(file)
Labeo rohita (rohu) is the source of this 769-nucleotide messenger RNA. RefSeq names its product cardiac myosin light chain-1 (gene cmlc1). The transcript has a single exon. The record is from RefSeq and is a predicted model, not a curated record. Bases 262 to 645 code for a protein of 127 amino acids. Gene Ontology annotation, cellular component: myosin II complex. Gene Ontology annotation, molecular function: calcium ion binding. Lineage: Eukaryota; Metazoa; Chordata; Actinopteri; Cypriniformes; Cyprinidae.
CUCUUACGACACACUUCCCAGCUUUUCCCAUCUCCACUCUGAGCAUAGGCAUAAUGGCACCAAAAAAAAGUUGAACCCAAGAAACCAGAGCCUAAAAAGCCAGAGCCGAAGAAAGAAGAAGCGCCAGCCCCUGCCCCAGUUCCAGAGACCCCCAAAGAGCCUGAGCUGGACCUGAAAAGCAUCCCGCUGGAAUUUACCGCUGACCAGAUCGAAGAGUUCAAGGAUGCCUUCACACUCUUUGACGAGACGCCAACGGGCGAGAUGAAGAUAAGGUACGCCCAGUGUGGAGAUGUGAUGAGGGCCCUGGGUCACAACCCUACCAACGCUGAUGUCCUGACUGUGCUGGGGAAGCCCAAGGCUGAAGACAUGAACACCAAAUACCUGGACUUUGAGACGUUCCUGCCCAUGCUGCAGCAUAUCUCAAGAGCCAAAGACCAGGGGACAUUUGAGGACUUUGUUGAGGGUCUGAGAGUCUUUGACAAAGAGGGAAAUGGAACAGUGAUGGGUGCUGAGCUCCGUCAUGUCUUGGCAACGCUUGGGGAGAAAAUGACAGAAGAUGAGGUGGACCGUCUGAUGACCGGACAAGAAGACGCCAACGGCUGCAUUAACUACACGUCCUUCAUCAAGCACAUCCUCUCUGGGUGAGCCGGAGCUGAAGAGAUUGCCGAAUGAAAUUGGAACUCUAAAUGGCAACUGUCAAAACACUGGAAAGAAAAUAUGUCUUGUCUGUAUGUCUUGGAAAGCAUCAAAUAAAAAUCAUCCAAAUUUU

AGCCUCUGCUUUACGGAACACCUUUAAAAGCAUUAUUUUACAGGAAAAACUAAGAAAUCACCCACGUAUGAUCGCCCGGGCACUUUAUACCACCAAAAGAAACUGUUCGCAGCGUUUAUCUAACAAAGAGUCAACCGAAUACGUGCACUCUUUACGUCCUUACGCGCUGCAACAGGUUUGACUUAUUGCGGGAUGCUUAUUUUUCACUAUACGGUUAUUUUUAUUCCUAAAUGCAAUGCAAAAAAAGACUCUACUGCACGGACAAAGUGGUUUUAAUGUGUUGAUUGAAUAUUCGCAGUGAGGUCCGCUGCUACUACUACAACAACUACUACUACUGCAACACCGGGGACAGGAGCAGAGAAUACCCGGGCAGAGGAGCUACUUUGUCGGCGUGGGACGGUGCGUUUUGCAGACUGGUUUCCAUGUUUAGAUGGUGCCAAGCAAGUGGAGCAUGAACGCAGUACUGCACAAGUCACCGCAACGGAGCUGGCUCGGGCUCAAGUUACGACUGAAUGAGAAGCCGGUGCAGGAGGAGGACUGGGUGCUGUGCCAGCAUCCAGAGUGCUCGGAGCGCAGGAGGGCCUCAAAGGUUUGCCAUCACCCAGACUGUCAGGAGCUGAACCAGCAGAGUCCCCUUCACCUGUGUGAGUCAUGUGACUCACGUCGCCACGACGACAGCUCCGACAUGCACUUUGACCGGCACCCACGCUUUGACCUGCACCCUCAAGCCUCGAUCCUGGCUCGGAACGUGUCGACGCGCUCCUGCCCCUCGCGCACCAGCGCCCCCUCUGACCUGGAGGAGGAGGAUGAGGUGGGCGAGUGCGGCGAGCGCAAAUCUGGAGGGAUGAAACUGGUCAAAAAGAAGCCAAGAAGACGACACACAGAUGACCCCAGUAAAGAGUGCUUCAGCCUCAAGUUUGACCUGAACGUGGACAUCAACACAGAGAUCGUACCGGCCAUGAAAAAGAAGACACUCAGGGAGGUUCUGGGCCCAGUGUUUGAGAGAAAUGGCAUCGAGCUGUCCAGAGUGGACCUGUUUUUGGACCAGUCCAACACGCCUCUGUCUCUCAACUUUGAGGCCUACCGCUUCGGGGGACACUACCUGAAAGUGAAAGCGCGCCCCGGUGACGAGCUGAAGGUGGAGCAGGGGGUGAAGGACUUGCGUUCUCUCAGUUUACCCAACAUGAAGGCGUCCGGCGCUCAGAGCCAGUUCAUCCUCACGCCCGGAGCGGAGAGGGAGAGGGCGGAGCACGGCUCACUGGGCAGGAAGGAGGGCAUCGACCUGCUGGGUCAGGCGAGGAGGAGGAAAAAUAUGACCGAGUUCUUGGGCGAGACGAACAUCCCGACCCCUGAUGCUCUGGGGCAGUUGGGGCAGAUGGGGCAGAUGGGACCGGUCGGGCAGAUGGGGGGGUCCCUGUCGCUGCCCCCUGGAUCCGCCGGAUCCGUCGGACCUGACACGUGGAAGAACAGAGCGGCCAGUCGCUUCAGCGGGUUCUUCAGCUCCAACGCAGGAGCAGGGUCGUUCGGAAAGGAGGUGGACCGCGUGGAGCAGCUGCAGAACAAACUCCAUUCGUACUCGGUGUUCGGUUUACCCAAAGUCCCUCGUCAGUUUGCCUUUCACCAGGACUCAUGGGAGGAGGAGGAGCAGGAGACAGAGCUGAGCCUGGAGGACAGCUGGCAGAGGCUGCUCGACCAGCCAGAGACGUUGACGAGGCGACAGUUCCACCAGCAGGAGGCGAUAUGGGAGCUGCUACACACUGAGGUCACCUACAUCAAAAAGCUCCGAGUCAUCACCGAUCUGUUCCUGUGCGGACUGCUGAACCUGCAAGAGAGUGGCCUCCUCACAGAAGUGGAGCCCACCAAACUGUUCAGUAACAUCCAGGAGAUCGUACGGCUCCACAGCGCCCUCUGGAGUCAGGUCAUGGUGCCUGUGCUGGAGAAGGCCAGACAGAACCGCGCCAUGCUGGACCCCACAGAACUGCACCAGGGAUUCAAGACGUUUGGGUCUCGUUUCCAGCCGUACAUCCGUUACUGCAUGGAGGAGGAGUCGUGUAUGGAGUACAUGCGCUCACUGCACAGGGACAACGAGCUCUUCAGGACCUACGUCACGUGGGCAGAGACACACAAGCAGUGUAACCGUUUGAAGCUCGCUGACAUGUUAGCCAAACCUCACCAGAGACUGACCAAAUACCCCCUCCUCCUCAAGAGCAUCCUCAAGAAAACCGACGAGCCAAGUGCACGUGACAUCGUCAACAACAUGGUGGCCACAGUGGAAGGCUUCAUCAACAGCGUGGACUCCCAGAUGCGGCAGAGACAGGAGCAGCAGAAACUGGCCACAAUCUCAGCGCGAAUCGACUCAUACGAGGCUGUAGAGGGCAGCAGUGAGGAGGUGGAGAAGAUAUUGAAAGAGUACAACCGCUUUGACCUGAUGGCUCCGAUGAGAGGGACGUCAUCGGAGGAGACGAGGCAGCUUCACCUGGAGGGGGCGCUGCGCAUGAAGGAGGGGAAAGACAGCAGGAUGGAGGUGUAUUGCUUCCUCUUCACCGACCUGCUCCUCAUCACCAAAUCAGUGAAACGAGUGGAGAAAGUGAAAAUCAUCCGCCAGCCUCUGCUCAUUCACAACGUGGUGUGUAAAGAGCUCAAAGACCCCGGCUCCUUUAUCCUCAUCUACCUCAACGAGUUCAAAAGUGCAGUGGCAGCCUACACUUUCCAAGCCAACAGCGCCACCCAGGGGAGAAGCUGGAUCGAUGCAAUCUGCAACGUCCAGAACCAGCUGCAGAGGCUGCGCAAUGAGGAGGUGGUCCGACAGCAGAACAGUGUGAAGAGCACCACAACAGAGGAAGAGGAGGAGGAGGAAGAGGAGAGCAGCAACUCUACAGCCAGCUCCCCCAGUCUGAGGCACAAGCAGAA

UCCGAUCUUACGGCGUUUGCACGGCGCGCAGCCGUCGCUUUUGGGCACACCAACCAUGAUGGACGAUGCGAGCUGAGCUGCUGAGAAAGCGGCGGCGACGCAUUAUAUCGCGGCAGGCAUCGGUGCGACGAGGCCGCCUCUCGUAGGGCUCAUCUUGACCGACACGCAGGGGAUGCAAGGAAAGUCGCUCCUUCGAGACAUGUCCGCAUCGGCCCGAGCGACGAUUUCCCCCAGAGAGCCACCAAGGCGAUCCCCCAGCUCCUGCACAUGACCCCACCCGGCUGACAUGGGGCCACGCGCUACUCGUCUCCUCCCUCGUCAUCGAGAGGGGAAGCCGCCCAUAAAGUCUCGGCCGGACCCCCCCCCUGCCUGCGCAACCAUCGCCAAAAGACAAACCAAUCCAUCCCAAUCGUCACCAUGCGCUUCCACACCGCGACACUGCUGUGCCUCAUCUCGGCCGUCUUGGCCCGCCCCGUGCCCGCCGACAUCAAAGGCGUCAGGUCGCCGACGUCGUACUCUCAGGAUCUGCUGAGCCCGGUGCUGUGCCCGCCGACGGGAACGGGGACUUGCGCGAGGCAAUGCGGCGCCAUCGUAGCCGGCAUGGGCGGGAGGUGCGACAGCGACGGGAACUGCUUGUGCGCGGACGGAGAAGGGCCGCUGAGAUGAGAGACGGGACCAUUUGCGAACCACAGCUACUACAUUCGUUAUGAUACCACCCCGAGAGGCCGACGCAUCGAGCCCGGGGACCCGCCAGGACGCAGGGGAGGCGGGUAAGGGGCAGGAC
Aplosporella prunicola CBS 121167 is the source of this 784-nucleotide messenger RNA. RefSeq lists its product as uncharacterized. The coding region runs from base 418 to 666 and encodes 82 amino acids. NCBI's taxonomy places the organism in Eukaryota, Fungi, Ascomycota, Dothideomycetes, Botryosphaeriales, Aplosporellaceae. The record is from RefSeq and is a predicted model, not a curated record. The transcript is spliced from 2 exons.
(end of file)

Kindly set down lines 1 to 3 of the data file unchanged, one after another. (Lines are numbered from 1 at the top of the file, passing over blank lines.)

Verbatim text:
Labeo rohita (rohu) is the source of this 769-nucleotide messenger RNA. RefSeq names its product cardiac myosin light chain-1 (gene cmlc1). The transcript has a single exon. The record is from RefSeq and is a predicted model, not a curated record. Bases 262 to 645 code for a protein of 127 amino acids. Gene Ontology annotation, cellular component: myosin II complex. Gene Ontology annotation, molecular function: calcium ion binding. Lineage: Eukaryota; Metazoa; Chordata; Actinopteri; Cypriniformes; Cyprinidae.
CUCUUACGACACACUUCCCAGCUUUUCCCAUCUCCACUCUGAGCAUAGGCAUAAUGGCACCAAAAAAAAGUUGAACCCAAGAAACCAGAGCCUAAAAAGCCAGAGCCGAAGAAAGAAGAAGCGCCAGCCCCUGCCCCAGUUCCAGAGACCCCCAAAGAGCCUGAGCUGGACCUGAAAAGCAUCCCGCUGGAAUUUACCGCUGACCAGAUCGAAGAGUUCAAGGAUGCCUUCACACUCUUUGACGAGACGCCAACGGGCGAGAUGAAGAUAAGGUACGCCCAGUGUGGAGAUGUGAUGAGGGCCCUGGGUCACAACCCUACCAACGCUGAUGUCCUGACUGUGCUGGGGAAGCCCAAGGCUGAAGACAUGAACACCAAAUACCUGGACUUUGAGACGUUCCUGCCCAUGCUGCAGCAUAUCUCAAGAGCCAAAGACCAGGGGACAUUUGAGGACUUUGUUGAGGGUCUGAGAGUCUUUGACAAAGAGGGAAAUGGAACAGUGAUGGGUGCUGAGCUCCGUCAUGUCUUGGCAACGCUUGGGGAGAAAAUGACAGAAGAUGAGGUGGACCGUCUGAUGACCGGACAAGAAGACGCCAACGGCUGCAUUAACUACACGUCCUUCAUCAAGCACAUCCUCUCUGGGUGAGCCGGAGCUGAAGAGAUUGCCGAAUGAAAUUGGAACUCUAAAUGGCAACUGUCAAAACACUGGAAAGAAAAUAUGUCUUGUCUGUAUGUCUUGGAAAGCAUCAAAUAAAAAUCAUCCAAAUUUU

AGCCUCUGCUUUACGGAACACCUUUAAAAGCAUUAUUUUACAGGAAAAACUAAGAAAUCACCCACGUAUGAUCGCCCGGGCACUUUAUACCACCAAAAGAAACUGUUCGCAGCGUUUAUCUAACAAAGAGUCAACCGAAUACGUGCACUCUUUACGUCCUUACGCGCUGCAACAGGUUUGACUUAUUGCGGGAUGCUUAUUUUUCACUAUACGGUUAUUUUUAUUCCUAAAUGCAAUGCAAAAAAAGACUCUACUGCACGGACAAAGUGGUUUUAAUGUGUUGAUUGAAUAUUCGCAGUGAGGUCCGCUGCUACUACUACAACAACUACUACUACUGCAACACCGGGGACAGGAGCAGAGAAUACCCGGGCAGAGGAGCUACUUUGUCGGCGUGGGACGGUGCGUUUUGCAGACUGGUUUCCAUGUUUAGAUGGUGCCAAGCAAGUGGAGCAUGAACGCAGUACUGCACAAGUCACCGCAACGGAGCUGGCUCGGGCUCAAGUUACGACUGAAUGAGAAGCCGGUGCAGGAGGAGGACUGGGUGCUGUGCCAGCAUCCAGAGUGCUCGGAGCGCAGGAGGGCCUCAAAGGUUUGCCAUCACCCAGACUGUCAGGAGCUGAACCAGCAGAGUCCCCUUCACCUGUGUGAGUCAUGUGACUCACGUCGCCACGACGACAGCUCCGACAUGCACUUUGACCGGCACCCACGCUUUGACCUGCACCCUCAAGCCUCGAUCCUGGCUCGGAACGUGUCGACGCGCUCCUGCCCCUCGCGCACCAGCGCCCCCUCUGACCUGGAGGAGGAGGAUGAGGUGGGCGAGUGCGGCGAGCGCAAAUCUGGAGGGAUGAAACUGGUCAAAAAGAAGCCAAGAAGACGACACACAGAUGACCCCAGUAAAGAGUGCUUCAGCCUCAAGUUUGACCUGAACGUGGACAUCAACACAGAGAUCGUACCGGCCAUGAAAAAGAAGACACUCAGGGAGGUUCUGGGCCCAGUGUUUGAGAGAAAUGGCAUCGAGCUGUCCAGAGUGGACCUGUUUUUGGACCAGUCCAACACGCCUCUGUCUCUCAACUUUGAGGCCUACCGCUUCGGGGGACACUACCUGAAAGUGAAAGCGCGCCCCGGUGACGAGCUGAAGGUGGAGCAGGGGGUGAAGGACUUGCGUUCUCUCAGUUUACCCAACAUGAAGGCGUCCGGCGCUCAGAGCCAGUUCAUCCUCACGCCCGGAGCGGAGAGGGAGAGGGCGGAGCACGGCUCACUGGGCAGGAAGGAGGGCAUCGACCUGCUGGGUCAGGCGAGGAGGAGGAAAAAUAUGACCGAGUUCUUGGGCGAGACGAACAUCCCGACCCCUGAUGCUCUGGGGCAGUUGGGGCAGAUGGGGCAGAUGGGACCGGUCGGGCAGAUGGGGGGGUCCCUGUCGCUGCCCCCUGGAUCCGCCGGAUCCGUCGGACCUGACACGUGGAAGAACAGAGCGGCCAGUCGCUUCAGCGGGUUCUUCAGCUCCAACGCAGGAGCAGGGUCGUUCGGAAAGGAGGUGGACCGCGUGGAGCAGCUGCAGAACAAACUCCAUUCGUACUCGGUGUUCGGUUUACCCAAAGUCCCUCGUCAGUUUGCCUUUCACCAGGACUCAUGGGAGGAGGAGGAGCAGGAGACAGAGCUGAGCCUGGAGGACAGCUGGCAGAGGCUGCUCGACCAGCCAGAGACGUUGACGAGGCGACAGUUCCACCAGCAGGAGGCGAUAUGGGAGCUGCUACACACUGAGGUCACCUACAUCAAAAAGCUCCGAGUCAUCACCGAUCUGUUCCUGUGCGGACUGCUGAACCUGCAAGAGAGUGGCCUCCUCACAGAAGUGGAGCCCACCAAACUGUUCAGUAACAUCCAGGAGAUCGUACGGCUCCACAGCGCCCUCUGGAGUCAGGUCAUGGUGCCUGUGCUGGAGAAGGCCAGACAGAACCGCGCCAUGCUGGACCCCACAGAACUGCACCAGGGAUUCAAGACGUUUGGGUCUCGUUUCCAGCCGUACAUCCGUUACUGCAUGGAGGAGGAGUCGUGUAUGGAGUACAUGCGCUCACUGCACAGGGACAACGAGCUCUUCAGGACCUACGUCACGUGGGCAGAGACACACAAGCAGUGUAACCGUUUGAAGCUCGCUGACAUGUUAGCCAAACCUCACCAGAGACUGACCAAAUACCCCCUCCUCCUCAAGAGCAUCCUCAAGAAAACCGACGAGCCAAGUGCACGUGACAUCGUCAACAACAUGGUGGCCACAGUGGAAGGCUUCAUCAACAGCGUGGACUCCCAGAUGCGGCAGAGACAGGAGCAGCAGAAACUGGCCACAAUCUCAGCGCGAAUCGACUCAUACGAGGCUGUAGAGGGCAGCAGUGAGGAGGUGGAGAAGAUAUUGAAAGAGUACAACCGCUUUGACCUGAUGGCUCCGAUGAGAGGGACGUCAUCGGAGGAGACGAGGCAGCUUCACCUGGAGGGGGCGCUGCGCAUGAAGGAGGGGAAAGACAGCAGGAUGGAGGUGUAUUGCUUCCUCUUCACCGACCUGCUCCUCAUCACCAAAUCAGUGAAACGAGUGGAGAAAGUGAAAAUCAUCCGCCAGCCUCUGCUCAUUCACAACGUGGUGUGUAAAGAGCUCAAAGACCCCGGCUCCUUUAUCCUCAUCUACCUCAACGAGUUCAAAAGUGCAGUGGCAGCCUACACUUUCCAAGCCAACAGCGCCACCCAGGGGAGAAGCUGGAUCGAUGCAAUCUGCAACGUCCAGAACCAGCUGCAGAGGCUGCGCAAUGAGGAGGUGGUCCGACAGCAGAACAGUGUGAAGAGCACCACAACAGAGGAAGAGGAGGAGGAGGAAGAGGAGAGCAGCAACUCUACAGCCAGCUCCCCCAGUCUGAGGCACAAGCAGAA